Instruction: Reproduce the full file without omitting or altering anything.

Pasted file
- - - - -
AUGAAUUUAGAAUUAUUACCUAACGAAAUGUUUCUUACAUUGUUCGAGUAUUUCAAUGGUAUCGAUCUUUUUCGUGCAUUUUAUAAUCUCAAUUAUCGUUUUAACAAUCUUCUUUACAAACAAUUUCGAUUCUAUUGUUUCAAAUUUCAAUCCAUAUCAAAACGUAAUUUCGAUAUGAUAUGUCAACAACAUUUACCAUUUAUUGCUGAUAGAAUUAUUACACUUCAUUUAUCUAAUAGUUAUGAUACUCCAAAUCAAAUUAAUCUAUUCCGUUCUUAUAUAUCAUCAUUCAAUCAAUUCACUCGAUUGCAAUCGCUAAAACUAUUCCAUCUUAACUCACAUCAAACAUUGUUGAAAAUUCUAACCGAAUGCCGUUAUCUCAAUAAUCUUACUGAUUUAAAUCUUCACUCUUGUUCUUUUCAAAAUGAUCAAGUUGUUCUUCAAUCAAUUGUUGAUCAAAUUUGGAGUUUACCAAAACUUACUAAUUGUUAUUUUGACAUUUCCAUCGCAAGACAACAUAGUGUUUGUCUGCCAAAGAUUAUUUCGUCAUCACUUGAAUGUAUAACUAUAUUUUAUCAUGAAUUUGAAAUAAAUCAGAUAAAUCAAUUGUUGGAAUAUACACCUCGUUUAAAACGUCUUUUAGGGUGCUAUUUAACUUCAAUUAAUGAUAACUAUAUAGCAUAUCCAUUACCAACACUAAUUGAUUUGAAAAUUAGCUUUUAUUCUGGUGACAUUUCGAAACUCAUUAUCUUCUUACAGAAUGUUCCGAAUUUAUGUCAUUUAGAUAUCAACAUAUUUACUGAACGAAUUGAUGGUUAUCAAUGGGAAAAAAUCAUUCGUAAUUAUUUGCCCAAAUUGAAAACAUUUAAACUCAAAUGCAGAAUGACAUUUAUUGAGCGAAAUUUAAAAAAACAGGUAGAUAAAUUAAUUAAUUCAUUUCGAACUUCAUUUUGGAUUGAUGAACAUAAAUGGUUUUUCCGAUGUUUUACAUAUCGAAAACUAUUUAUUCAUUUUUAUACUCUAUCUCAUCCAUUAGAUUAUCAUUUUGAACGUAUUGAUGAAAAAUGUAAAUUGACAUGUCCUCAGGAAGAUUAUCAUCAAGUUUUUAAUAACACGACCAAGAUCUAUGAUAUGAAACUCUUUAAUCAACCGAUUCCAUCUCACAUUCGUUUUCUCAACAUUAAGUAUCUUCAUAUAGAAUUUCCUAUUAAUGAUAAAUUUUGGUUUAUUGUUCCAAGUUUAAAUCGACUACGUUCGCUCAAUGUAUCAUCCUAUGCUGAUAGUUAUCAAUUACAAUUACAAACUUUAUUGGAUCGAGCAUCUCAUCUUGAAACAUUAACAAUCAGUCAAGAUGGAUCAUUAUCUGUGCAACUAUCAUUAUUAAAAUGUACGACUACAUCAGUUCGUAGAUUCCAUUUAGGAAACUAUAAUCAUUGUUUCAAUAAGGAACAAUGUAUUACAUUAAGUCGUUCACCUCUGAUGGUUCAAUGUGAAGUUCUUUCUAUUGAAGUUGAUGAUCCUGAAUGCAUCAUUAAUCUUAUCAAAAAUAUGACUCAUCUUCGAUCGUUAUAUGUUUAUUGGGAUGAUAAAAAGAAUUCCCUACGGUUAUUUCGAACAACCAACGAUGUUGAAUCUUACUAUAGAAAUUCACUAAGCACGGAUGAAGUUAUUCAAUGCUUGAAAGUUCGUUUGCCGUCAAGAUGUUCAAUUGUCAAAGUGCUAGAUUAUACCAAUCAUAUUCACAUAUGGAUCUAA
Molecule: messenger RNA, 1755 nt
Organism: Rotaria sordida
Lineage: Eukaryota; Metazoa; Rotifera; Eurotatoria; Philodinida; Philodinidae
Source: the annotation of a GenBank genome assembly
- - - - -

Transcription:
AUGAAUUUAGAAUUAUUACCUAACGAAAUGUUUCUUACAUUGUUCGAGUAUUUCAAUGGUAUCGAUCUUUUUCGUGCAUUUUAUAAUCUCAAUUAUCGUUUUAACAAUCUUCUUUACAAACAAUUUCGAUUCUAUUGUUUCAAAUUUCAAUCCAUAUCAAAACGUAAUUUCGAUAUGAUAUGUCAACAACAUUUACCAUUUAUUGCUGAUAGAAUUAUUACACUUCAUUUAUCUAAUAGUUAUGAUACUCCAAAUCAAAUUAAUCUAUUCCGUUCUUAUAUAUCAUCAUUCAAUCAAUUCACUCGAUUGCAAUCGCUAAAACUAUUCCAUCUUAACUCACAUCAAACAUUGUUGAAAAUUCUAACCGAAUGCCGUUAUCUCAAUAAUCUUACUGAUUUAAAUCUUCACUCUUGUUCUUUUCAAAAUGAUCAAGUUGUUCUUCAAUCAAUUGUUGAUCAAAUUUGGAGUUUACCAAAACUUACUAAUUGUUAUUUUGACAUUUCCAUCGCAAGACAACAUAGUGUUUGUCUGCCAAAGAUUAUUUCGUCAUCACUUGAAUGUAUAACUAUAUUUUAUCAUGAAUUUGAAAUAAAUCAGAUAAAUCAAUUGUUGGAAUAUACACCUCGUUUAAAACGUCUUUUAGGGUGCUAUUUAACUUCAAUUAAUGAUAACUAUAUAGCAUAUCCAUUACCAACACUAAUUGAUUUGAAAAUUAGCUUUUAUUCUGGUGACAUUUCGAAACUCAUUAUCUUCUUACAGAAUGUUCCGAAUUUAUGUCAUUUAGAUAUCAACAUAUUUACUGAACGAAUUGAUGGUUAUCAAUGGGAAAAAAUCAUUCGUAAUUAUUUGCCCAAAUUGAAAACAUUUAAACUCAAAUGCAGAAUGACAUUUAUUGAGCGAAAUUUAAAAAAACAGGUAGAUAAAUUAAUUAAUUCAUUUCGAACUUCAUUUUGGAUUGAUGAACAUAAAUGGUUUUUCCGAUGUUUUACAUAUCGAAAACUAUUUAUUCAUUUUUAUACUCUAUCUCAUCCAUUAGAUUAUCAUUUUGAACGUAUUGAUGAAAAAUGUAAAUUGACAUGUCCUCAGGAAGAUUAUCAUCAAGUUUUUAAUAACACGACCAAGAUCUAUGAUAUGAAACUCUUUAAUCAACCGAUUCCAUCUCACAUUCGUUUUCUCAACAUUAAGUAUCUUCAUAUAGAAUUUCCUAUUAAUGAUAAAUUUUGGUUUAUUGUUCCAAGUUUAAAUCGACUACGUUCGCUCAAUGUAUCAUCCUAUGCUGAUAGUUAUCAAUUACAAUUACAAACUUUAUUGGAUCGAGCAUCUCAUCUUGAAACAUUAACAAUCAGUCAAGAUGGAUCAUUAUCUGUGCAACUAUCAUUAUUAAAAUGUACGACUACAUCAGUUCGUAGAUUCCAUUUAGGAAACUAUAAUCAUUGUUUCAAUAAGGAACAAUGUAUUACAUUAAGUCGUUCACCUCUGAUGGUUCAAUGUGAAGUUCUUUCUAUUGAAGUUGAUGAUCCUGAAUGCAUCAUUAAUCUUAUCAAAAAUAUGACUCAUCUUCGAUCGUUAUAUGUUUAUUGGGAUGAUAAAAAGAAUUCCCUACGGUUAUUUCGAACAACCAACGAUGUUGAAUCUUACUAUAGAAAUUCACUAAGCACGGAUGAAGUUAUUCAAUGCUUGAAAGUUCGUUUGCCGUCAAGAUGUUCAAUUGUCAAAGUGCUAGAUUAUACCAAUCAUAUUCACAUAUGGAUCUAA
Molecule: messenger RNA, 1755 nt
Organism: Rotaria sordida
Lineage: Eukaryota; Metazoa; Rotifera; Eurotatoria; Philodinida; Philodinidae
Source: the annotation of a GenBank genome assembly